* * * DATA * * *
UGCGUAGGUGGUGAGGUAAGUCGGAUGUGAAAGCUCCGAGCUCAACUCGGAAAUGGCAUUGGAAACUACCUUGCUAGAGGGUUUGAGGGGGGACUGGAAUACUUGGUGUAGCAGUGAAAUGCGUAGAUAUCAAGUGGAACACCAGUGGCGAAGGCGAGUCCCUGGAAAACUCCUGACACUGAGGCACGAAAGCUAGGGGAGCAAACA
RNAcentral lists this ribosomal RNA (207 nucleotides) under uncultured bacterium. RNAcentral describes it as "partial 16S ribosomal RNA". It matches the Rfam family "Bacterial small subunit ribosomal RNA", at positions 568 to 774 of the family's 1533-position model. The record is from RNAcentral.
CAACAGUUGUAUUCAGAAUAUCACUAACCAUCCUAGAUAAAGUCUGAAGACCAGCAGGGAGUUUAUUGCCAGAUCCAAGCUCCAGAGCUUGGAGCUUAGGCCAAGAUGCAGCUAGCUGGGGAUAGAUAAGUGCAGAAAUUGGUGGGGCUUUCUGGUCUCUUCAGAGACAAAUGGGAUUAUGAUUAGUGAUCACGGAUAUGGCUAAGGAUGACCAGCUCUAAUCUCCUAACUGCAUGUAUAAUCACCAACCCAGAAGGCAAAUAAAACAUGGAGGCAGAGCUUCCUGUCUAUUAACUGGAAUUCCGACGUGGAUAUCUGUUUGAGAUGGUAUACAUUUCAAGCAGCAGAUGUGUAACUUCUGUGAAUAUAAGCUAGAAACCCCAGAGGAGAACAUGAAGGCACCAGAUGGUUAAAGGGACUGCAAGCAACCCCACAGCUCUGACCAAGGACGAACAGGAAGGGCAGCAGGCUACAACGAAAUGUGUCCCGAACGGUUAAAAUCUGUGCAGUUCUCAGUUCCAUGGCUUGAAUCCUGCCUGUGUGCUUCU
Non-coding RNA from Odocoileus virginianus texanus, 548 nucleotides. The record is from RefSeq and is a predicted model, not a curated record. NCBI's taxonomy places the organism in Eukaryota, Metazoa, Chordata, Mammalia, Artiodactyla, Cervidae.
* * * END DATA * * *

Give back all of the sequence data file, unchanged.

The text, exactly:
UGCGUAGGUGGUGAGGUAAGUCGGAUGUGAAAGCUCCGAGCUCAACUCGGAAAUGGCAUUGGAAACUACCUUGCUAGAGGGUUUGAGGGGGGACUGGAAUACUUGGUGUAGCAGUGAAAUGCGUAGAUAUCAAGUGGAACACCAGUGGCGAAGGCGAGUCCCUGGAAAACUCCUGACACUGAGGCACGAAAGCUAGGGGAGCAAACA
RNAcentral lists this ribosomal RNA (207 nucleotides) under uncultured bacterium. RNAcentral describes it as "partial 16S ribosomal RNA". It matches the Rfam family "Bacterial small subunit ribosomal RNA", at positions 568 to 774 of the family's 1533-position model. The record is from RNAcentral.
CAACAGUUGUAUUCAGAAUAUCACUAACCAUCCUAGAUAAAGUCUGAAGACCAGCAGGGAGUUUAUUGCCAGAUCCAAGCUCCAGAGCUUGGAGCUUAGGCCAAGAUGCAGCUAGCUGGGGAUAGAUAAGUGCAGAAAUUGGUGGGGCUUUCUGGUCUCUUCAGAGACAAAUGGGAUUAUGAUUAGUGAUCACGGAUAUGGCUAAGGAUGACCAGCUCUAAUCUCCUAACUGCAUGUAUAAUCACCAACCCAGAAGGCAAAUAAAACAUGGAGGCAGAGCUUCCUGUCUAUUAACUGGAAUUCCGACGUGGAUAUCUGUUUGAGAUGGUAUACAUUUCAAGCAGCAGAUGUGUAACUUCUGUGAAUAUAAGCUAGAAACCCCAGAGGAGAACAUGAAGGCACCAGAUGGUUAAAGGGACUGCAAGCAACCCCACAGCUCUGACCAAGGACGAACAGGAAGGGCAGCAGGCUACAACGAAAUGUGUCCCGAACGGUUAAAAUCUGUGCAGUUCUCAGUUCCAUGGCUUGAAUCCUGCCUGUGUGCUUCU
Non-coding RNA from Odocoileus virginianus texanus, 548 nucleotides. The record is from RefSeq and is a predicted model, not a curated record. NCBI's taxonomy places the organism in Eukaryota, Metazoa, Chordata, Mammalia, Artiodactyla, Cervidae.